The Supreme Court has decided to take a case, ruling on another aspect of the legality of a key provision of the Affordable Care Act (ACA), whether it is legal for the federal government to provide subsidies for insurance coverage under the federal Marketplaces.  Though nearly every scholar has cast serious doubt on the logic of the case made by the plaintiffs, the Court has decided to take the case, likely because at least four Justices have certainly expressed their strong skepticism on the ACA.

The case is dubious on its merits, as the Fourth Circuit of the US Court of Appeals ruled, when it rejected the case in a case called King v. Burwell.  That Court concluded that the Internal Revenue Service (IRS), in the regulations it wrote to implement the subsidy provisions is a “permissible construction of the legislative language” because “the widely available tax credits are essential to fulfilling the Act’s primary goals and that Congress was aware of their importance when drafting the bill.” (p. 33, King v. Burwell)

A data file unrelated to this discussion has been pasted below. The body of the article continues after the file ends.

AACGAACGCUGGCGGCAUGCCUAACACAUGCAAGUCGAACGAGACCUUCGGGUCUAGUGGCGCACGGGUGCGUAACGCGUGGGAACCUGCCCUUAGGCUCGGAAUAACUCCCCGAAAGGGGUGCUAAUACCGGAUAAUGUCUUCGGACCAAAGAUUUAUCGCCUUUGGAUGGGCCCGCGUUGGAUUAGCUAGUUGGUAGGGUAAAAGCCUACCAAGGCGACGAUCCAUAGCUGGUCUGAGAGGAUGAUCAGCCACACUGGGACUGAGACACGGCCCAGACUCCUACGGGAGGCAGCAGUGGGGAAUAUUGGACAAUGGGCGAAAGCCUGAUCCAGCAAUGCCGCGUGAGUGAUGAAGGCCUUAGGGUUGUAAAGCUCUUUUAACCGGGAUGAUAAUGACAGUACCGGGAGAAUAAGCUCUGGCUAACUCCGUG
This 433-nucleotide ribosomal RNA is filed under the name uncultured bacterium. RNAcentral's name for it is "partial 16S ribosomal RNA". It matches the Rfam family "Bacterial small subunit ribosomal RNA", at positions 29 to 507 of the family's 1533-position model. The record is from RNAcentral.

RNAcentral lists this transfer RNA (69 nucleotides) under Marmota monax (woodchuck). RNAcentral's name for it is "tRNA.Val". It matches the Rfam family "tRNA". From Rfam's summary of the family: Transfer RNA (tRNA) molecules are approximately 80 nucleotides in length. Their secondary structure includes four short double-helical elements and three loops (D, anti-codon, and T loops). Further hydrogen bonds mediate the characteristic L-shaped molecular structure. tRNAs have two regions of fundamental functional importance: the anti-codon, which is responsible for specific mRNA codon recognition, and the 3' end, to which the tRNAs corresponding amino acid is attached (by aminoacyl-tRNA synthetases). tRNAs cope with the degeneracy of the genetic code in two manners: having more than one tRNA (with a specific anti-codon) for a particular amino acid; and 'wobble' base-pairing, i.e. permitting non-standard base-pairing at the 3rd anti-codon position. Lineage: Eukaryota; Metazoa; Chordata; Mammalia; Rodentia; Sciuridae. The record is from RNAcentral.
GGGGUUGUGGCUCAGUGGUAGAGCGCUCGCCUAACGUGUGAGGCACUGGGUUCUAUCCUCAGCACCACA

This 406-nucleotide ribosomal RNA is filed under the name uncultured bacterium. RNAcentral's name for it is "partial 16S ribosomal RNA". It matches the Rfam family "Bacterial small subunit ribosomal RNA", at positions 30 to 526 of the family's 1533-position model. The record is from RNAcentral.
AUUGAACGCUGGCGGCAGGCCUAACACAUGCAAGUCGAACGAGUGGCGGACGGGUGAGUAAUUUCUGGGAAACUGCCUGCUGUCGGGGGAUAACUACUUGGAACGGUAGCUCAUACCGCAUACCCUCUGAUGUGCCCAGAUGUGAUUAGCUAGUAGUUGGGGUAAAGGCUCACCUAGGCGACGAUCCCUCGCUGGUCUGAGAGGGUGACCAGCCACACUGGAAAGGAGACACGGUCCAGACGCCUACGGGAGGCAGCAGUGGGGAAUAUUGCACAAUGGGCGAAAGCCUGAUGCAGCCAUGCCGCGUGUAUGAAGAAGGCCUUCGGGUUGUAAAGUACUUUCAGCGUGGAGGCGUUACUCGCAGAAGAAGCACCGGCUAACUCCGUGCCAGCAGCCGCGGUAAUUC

Tellingly, and perhaps it is most revealing, the plaintiffs do not “dispute that the premium tax credits are an essential component of the Act’s viability,” since they “concede that Congress probably wanted to make subsidies available throughout the country.” (p.35)
  This seems to create a Catch-22 for the plaintiffs in the case in front of the Court, because by making their claim that they know that invalidating the premium subsides will gut the ACA, that perhaps inadvertently guts their case.  

In later blog posts I will demonstrate that there are other huge problems with the plaintiffs case in front of the Court, but this it ought to be obvious from just this point made by the 4th Circuit that there is no merit to this case.